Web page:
The mandatory distribution is not applicable to designated “mastery” courses. A faculty member may have her or his course designated as a mastery course by submitting the course syllabus and evaluative elements to the Curriculum Committee, and ultimately the faculty, for approval, subject to the following conditions: (a) the course must require significant, periodic written work and feedback during the course, with stated performance standards for achieving specific grades; (b) first-year courses cannot be designated as mastery courses unless all sections of that course are offered on a mastery basis; and (c) mastery courses will be designated as such, in the catalog and course description.
A numerical class rank, based on the numerical equivalencies shown above, shall be computed for the sole purpose of awarding academic honors, including graduation awards, prizes, or membership in scholarly societies, including Order of the Coif, legal journals and reviews. Class rank shall not be disclosed on a student’s transcript or otherwise disclosed except for the purpose of computing eligibility for academic honors.
Effective Spring Quarter 2007, transcripts for law students who began in Autumn Quarter 2005 or later will include a full calculated grade point average, with the following numerical conversions: A(4.0), A-(3.7), B+(3.4), B(3.0), B-(2.7), C(2.0), D(1.0), E(0.0). Students who began earlier than Autumn 2005, will have a transcript that only shows their grade point average in classes taken since Autumn 2005.
|Order of the Coif||The Order of the Coif is a national honorary legal society that encourages scholarship and the advancement of the ethical standards of the legal profession. Students who graduate in the upper 10 percent of each class are invited to join the Washington chapter of the society.|
|High Honors||The top 5 percent of the class|
|Honors||The next 15 percent of the class|
|Honor Graduate||Each year the faculty (shall) designate an Honor Graduate, with an appropriate designation on a plaque in the law school. It is anticipated the Honor Graduate would ordinarily be the student graduating with the highest grade point average, though an affirmative vote of the faculty would be required.|
|Name of Award||Awarded for/to|
|ABA/Bloomberg BNA Award for Excellence||Each year the American Bar Association and Bloomberg BNA invite law schools around the country to participate in the annual ABA/Bloomberg BNA Award for Excellence. The intent of the program is to honor superior academic performance and to encourage student interest in the fields of labor and employment law, intellectual property law, and health law. Bloomberg BNA and the ABA Sections of Labor and Employment Law, Intellectual Property Law, and Health Law are proud to present these awards. The Law School will designate award recipients.|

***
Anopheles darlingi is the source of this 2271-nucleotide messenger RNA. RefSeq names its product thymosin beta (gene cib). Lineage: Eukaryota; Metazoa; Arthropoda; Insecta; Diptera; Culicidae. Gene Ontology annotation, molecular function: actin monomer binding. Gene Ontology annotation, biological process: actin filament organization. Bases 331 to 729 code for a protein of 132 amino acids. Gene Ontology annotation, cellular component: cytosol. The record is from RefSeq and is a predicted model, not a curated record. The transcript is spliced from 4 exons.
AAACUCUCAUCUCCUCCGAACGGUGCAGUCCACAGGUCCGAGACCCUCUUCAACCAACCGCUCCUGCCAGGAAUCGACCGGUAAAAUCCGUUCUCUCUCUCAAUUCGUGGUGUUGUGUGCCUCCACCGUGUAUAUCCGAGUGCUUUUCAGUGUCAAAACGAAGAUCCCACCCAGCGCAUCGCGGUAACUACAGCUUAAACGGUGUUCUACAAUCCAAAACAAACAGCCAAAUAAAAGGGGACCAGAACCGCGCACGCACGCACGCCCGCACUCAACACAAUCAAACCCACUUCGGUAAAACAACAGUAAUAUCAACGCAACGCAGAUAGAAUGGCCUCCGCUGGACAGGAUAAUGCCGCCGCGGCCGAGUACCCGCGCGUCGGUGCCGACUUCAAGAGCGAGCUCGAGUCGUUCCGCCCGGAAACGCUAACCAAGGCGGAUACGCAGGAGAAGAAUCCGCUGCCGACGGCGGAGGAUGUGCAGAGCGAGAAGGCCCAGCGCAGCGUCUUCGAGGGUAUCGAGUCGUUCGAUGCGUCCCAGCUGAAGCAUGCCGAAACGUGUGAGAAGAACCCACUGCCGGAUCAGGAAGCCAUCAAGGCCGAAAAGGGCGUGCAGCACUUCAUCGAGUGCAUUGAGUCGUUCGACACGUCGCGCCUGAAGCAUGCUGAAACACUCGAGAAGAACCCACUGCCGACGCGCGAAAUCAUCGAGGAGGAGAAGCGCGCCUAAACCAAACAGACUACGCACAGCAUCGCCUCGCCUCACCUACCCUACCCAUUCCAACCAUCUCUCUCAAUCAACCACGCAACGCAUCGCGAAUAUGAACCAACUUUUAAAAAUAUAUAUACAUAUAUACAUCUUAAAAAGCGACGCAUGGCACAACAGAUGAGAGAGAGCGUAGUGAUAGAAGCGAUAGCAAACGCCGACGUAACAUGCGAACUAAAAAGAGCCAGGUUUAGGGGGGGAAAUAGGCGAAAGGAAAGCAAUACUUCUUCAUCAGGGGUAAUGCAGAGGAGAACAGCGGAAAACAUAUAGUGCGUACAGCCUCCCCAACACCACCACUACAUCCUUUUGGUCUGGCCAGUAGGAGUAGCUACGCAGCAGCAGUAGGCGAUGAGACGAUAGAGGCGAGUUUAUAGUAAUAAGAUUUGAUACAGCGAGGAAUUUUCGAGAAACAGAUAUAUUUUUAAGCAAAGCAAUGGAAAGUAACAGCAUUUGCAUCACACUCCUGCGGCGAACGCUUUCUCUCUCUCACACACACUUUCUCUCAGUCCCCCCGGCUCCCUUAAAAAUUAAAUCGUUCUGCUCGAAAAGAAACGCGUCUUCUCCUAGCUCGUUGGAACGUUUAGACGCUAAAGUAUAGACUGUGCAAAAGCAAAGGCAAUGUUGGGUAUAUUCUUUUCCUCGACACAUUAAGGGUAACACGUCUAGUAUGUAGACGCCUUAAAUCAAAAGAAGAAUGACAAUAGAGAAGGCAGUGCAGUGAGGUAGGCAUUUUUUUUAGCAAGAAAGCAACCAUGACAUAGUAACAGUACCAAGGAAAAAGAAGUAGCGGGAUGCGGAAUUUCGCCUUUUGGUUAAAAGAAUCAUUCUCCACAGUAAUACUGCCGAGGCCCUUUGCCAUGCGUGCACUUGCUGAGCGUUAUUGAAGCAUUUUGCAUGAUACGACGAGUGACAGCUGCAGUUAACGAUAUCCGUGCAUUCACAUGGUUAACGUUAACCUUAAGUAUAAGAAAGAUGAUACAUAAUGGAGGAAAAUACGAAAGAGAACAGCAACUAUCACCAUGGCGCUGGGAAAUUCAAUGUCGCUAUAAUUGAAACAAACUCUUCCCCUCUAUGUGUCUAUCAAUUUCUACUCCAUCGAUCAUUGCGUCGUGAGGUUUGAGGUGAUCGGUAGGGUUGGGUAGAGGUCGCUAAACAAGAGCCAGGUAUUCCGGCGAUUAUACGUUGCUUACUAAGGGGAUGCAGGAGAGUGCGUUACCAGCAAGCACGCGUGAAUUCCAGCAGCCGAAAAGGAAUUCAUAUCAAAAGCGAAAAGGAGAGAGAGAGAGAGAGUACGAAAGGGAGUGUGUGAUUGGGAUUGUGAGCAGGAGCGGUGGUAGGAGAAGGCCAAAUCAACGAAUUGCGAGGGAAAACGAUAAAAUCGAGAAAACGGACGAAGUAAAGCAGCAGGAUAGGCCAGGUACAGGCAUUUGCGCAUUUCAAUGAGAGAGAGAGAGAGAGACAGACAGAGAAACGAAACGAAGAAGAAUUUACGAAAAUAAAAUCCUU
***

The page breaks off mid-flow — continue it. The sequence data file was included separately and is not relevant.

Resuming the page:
|The Carkeek Prize||The Vivian Carkeek Prize of $500 is awarded annually "for the best student contribution to the Washington Law Review on a point of Washington law or any point of peculiar interest to Washington attorneys."|
|Delta Theta Phi Founders Award||Award is given to the student with the highest combined first- and second-year grades at the University of Washington; amount of award varies since it is from the annual income earnings of the fund.|
|Mary Ellen Krug Award||Award is made to the student or students who have demonstrated both an interest and proficiency in the fields of labor and employment law and related subjects.|
|Judge James J. Lawless Award||This award of $750 is made annually to the second-year student with the highest grades during the first year. The award is presented by the judges of the King County Superior Court.|
|Hugh Miracle Award||Award is given to the student with the best opening statement made in trial advocacy, trial practice or moot court.|
|Eugene A. Wright Scholar Award||This award of $2000 is made annually to a second- and a third-year student who (a) have produced a paper or article of particular noteworthiness as a Law Review or Journal note or comment, or as an analytical writing project; or (b) have performed exceptionally well in trial or appellate moot court competition, either orally or in brief writing; or (c) have combined an outstanding academic record with a demonstrated and exemplary record of public service and community involvement.|
|CALI Awards||Faculty members have the option when turning in their grades to designate the student with the highest grade as the winner of the CALI Excellence for the Future Award. Awardees receive a printed certificate and a permanent URL Virtual Award that they can link to from their online resumes or biographies.|
Washington International Law Journal
Washington International Law Journal was founded in 1990 as an innovative vehicle for the discussion of legal and interdisciplinary policy-oriented issues affecting both Asian and trans-Pacific affairs. The Journal's function is three-fold. First, the Journal provides valuable writing and editing experience to University of Washington law students interested in Washington International Law Journal issues. Second, the Journal, as one of the only two student-edited law journals in the United States devoted to the Pacific Basin, and the only journal featuring translations of East Asian legal scholarship, encourages the debate of issues vital to the Pacific Rim. Third, the Journal enhances the University of Washington School of Law's national and international role as a center for East Asian legal studies. Membership is competitive and based upon first year grades and writing competition scores.